Hike through the breathtaking wilds of Minnesota and Wisconsin and discover historical routes that pass through Illinois and Missouri as you explore these National Park Service sites in northern Mississippi River Country.
North Country National Scenic Trail (Minnesota/Wisconsin)
The North Country National Scenic Trail—just call it the North Country Trail for short—starts in Vermont and passes through eight states on its way to North Dakota, including Wisconsin and Minnesota. It’s the longest of the country’s 11 National Scenic Trails, covering more than 3,100 miles (4,990km) so far (a total of 4,600 miles/7,400 km have been proposed). The North Country Trail is also one of the nation’s most scenic routes, passing glacial lakes and streams, traversing verdant old-growth forests and leading hikers to historic sites and museums along the way. In Minnesota and Wisconsin, the trail follows scenic routes like the Superior Hiking Trail and passes through wonderful wildernesses like the Chequamegon National Forest.
Ice Age National Scenic Trail (Wisconsin)
Follow the edge of an ancient glacier as you traverse this trail through Wisconsin, which covers 1,200 miles (1,930km) from Door County along Lake Michigan on Wisconsin’s eastern edge to the St. Croix River along the state’s border with Minnesota. Along the way, you’ll discover the evidence of the glacier that covered the state—and much of North America—some 15,000 years ago as you pass beautiful lakes, river valleys and rolling hills throughout the state. Wisconsin’s Ice Age Trail Alliance helps build and maintain trails and has good resources for those wishing to travel any section of the trail.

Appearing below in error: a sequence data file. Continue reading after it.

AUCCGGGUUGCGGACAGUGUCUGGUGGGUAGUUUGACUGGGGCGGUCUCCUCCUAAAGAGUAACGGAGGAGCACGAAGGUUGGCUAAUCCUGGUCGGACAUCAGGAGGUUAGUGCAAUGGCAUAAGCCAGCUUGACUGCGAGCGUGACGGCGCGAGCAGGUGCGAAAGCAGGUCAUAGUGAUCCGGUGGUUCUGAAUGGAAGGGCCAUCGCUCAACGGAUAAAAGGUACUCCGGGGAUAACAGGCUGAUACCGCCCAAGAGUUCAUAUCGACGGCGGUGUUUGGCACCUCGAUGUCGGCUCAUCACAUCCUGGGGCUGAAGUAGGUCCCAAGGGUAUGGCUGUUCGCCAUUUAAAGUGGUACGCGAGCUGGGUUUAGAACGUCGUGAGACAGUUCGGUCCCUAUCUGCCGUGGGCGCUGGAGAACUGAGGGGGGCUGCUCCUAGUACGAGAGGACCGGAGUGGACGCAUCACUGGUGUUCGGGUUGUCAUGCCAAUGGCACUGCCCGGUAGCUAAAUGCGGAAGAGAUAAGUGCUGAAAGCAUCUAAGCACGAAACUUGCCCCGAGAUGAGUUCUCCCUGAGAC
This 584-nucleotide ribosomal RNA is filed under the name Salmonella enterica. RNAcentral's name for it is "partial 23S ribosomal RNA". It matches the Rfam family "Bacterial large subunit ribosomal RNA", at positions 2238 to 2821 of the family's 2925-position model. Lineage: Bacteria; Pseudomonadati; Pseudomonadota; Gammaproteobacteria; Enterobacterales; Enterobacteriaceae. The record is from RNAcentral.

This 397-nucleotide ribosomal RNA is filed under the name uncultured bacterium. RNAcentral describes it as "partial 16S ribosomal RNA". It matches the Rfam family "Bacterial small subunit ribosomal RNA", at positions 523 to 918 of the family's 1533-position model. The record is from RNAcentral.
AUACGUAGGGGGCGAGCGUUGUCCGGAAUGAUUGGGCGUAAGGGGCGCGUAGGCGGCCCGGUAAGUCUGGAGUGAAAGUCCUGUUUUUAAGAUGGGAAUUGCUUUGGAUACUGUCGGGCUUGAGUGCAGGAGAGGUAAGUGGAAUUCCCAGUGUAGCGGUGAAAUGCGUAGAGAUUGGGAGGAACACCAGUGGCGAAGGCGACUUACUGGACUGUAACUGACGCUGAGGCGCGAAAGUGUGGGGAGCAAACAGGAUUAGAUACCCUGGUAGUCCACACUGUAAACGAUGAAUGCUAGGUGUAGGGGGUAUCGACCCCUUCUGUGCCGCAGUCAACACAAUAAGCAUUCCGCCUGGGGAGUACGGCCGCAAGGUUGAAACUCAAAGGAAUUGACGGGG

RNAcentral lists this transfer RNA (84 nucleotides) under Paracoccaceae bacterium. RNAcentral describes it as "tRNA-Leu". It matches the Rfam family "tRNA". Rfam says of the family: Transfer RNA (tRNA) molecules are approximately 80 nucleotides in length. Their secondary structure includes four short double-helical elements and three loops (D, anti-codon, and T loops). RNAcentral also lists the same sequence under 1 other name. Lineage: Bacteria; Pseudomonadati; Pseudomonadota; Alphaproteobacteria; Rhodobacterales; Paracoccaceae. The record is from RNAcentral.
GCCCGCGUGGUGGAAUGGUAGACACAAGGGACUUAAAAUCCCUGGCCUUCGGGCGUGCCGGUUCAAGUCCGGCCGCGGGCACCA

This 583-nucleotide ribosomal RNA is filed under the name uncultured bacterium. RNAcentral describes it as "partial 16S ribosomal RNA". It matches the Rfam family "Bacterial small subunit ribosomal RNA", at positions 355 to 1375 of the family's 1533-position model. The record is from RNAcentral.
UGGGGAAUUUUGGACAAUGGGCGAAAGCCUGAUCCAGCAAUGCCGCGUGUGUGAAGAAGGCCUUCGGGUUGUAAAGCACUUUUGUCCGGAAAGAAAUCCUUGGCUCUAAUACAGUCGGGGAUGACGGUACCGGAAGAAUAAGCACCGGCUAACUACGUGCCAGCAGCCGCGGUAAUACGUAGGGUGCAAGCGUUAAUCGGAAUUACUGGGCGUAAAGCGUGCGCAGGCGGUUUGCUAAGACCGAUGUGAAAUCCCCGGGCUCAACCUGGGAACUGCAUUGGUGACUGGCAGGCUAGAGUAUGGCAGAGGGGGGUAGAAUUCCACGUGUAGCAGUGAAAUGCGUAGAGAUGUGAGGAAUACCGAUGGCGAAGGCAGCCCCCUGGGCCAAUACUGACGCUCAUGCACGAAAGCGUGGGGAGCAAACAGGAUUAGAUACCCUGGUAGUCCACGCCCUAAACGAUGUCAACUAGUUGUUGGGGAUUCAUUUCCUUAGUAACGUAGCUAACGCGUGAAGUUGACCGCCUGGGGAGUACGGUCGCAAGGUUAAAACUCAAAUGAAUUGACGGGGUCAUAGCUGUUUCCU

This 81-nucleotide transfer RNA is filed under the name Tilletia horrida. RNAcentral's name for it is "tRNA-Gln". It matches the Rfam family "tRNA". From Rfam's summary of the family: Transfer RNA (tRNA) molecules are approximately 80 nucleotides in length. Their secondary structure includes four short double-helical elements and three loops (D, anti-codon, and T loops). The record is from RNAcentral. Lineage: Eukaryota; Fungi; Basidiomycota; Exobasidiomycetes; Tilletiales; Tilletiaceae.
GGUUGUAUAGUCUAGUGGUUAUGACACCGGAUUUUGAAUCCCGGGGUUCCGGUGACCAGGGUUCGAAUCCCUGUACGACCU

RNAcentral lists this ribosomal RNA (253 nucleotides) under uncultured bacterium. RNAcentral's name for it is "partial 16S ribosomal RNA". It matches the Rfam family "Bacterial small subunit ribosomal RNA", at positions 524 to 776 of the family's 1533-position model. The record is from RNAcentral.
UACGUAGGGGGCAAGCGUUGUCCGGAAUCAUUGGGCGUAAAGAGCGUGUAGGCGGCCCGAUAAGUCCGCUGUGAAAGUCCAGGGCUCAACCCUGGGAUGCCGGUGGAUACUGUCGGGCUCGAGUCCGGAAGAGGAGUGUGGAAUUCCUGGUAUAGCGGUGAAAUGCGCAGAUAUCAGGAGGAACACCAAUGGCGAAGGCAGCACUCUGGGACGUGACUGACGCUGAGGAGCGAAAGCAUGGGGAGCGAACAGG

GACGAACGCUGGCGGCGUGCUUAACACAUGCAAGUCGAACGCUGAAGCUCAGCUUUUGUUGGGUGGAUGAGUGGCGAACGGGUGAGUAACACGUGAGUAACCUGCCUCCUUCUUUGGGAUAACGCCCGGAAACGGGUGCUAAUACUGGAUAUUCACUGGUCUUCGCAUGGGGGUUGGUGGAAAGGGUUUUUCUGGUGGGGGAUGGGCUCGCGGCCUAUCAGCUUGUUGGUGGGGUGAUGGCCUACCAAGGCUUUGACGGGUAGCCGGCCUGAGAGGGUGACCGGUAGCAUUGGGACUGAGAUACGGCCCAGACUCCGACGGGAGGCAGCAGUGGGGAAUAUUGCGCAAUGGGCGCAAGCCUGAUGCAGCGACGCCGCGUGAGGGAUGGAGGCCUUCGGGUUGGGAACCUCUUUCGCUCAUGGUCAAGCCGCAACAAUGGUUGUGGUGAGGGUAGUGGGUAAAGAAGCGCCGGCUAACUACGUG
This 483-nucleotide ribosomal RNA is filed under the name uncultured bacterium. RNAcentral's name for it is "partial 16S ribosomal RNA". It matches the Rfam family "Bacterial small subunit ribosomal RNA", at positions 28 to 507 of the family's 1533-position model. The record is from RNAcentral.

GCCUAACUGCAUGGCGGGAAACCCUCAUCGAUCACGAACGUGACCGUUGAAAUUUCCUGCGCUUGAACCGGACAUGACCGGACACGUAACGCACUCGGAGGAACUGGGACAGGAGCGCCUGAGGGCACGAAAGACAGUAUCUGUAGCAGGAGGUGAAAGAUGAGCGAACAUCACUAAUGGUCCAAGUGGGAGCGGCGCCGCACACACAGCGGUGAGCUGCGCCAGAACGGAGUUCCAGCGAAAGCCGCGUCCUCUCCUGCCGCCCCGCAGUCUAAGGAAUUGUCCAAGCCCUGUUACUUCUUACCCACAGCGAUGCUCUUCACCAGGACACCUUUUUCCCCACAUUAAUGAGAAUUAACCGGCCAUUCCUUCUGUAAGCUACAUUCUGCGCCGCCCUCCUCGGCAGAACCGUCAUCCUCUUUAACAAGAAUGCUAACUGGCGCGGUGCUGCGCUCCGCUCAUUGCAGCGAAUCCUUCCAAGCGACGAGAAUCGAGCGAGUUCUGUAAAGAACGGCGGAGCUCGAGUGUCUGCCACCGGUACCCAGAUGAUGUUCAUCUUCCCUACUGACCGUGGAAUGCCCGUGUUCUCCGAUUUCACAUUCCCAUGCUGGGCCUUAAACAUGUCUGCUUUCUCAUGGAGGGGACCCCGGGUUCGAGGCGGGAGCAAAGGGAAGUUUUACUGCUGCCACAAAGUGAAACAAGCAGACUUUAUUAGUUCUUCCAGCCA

Lewis & Clark National Historic Trail (Illinois/Missouri)
This trail stretches for nearly 5,000 miles (8,000km) through 16 states and commemorates the route of the famed Lewis & Clark expedition of the early 1800s. The trail covers Lewis’ outbound and inbound routes, as well as their preparatory route from Pittsburgh, Pennsylvania, to Wood River, Illinois. In Illinois, visitors can see Camp Dubois, where the duo made their winter camp, as well as notable nearby structures like the Cahokia Mounds State Historic Site (also a UNESCO World Heritage Site). There are several visitors centers and museums on the Missouri section of the route, which stretches from Cape Girardeau along the Mississippi River in the southeast to Kansas City in the west.
Trail of Tears National Historic Trail (Illinois/Missouri)
Traveling through nine states, this trail tells the story of a sad chapter in American history. The Cherokee people were forcefully removed from their ancestral lands in Georgia, Alabama and Tennessee in 1838-39 and traveled on foot, by horse, by wagon and by steamboat to reservations in what’s now Oklahoma. The 2,200-mile (3,540km) route highlights the land and water routes used by the Cherokee, and there are several interpretive sites in each state where visitors can learn more about this tragic voyage.
Other trails to try: